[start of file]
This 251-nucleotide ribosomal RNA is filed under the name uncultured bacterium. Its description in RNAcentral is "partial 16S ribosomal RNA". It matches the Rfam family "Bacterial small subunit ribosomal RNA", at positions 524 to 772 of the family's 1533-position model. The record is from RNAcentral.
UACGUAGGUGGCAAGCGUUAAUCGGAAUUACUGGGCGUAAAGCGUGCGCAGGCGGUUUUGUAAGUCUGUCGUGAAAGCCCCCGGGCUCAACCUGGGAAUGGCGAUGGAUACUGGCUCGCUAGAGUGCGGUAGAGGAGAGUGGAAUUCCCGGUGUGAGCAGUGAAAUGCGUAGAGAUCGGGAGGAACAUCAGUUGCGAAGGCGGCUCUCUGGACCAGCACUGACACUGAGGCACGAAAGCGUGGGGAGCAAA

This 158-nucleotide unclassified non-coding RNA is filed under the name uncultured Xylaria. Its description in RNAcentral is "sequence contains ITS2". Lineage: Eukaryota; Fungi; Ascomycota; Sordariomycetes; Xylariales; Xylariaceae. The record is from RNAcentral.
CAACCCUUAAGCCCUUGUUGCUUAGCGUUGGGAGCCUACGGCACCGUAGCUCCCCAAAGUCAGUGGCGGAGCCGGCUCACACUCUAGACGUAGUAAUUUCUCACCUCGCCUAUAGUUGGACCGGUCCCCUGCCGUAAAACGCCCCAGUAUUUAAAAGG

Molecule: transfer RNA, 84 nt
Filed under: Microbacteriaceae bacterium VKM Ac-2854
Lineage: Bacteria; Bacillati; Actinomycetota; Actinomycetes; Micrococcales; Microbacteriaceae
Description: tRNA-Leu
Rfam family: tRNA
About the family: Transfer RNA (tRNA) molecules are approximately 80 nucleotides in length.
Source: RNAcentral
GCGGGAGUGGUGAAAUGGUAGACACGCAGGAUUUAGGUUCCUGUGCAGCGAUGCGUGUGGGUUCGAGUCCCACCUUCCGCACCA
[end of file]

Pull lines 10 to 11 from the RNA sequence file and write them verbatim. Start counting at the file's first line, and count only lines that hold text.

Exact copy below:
About the family: Transfer RNA (tRNA) molecules are approximately 80 nucleotides in length.
Source: RNAcentral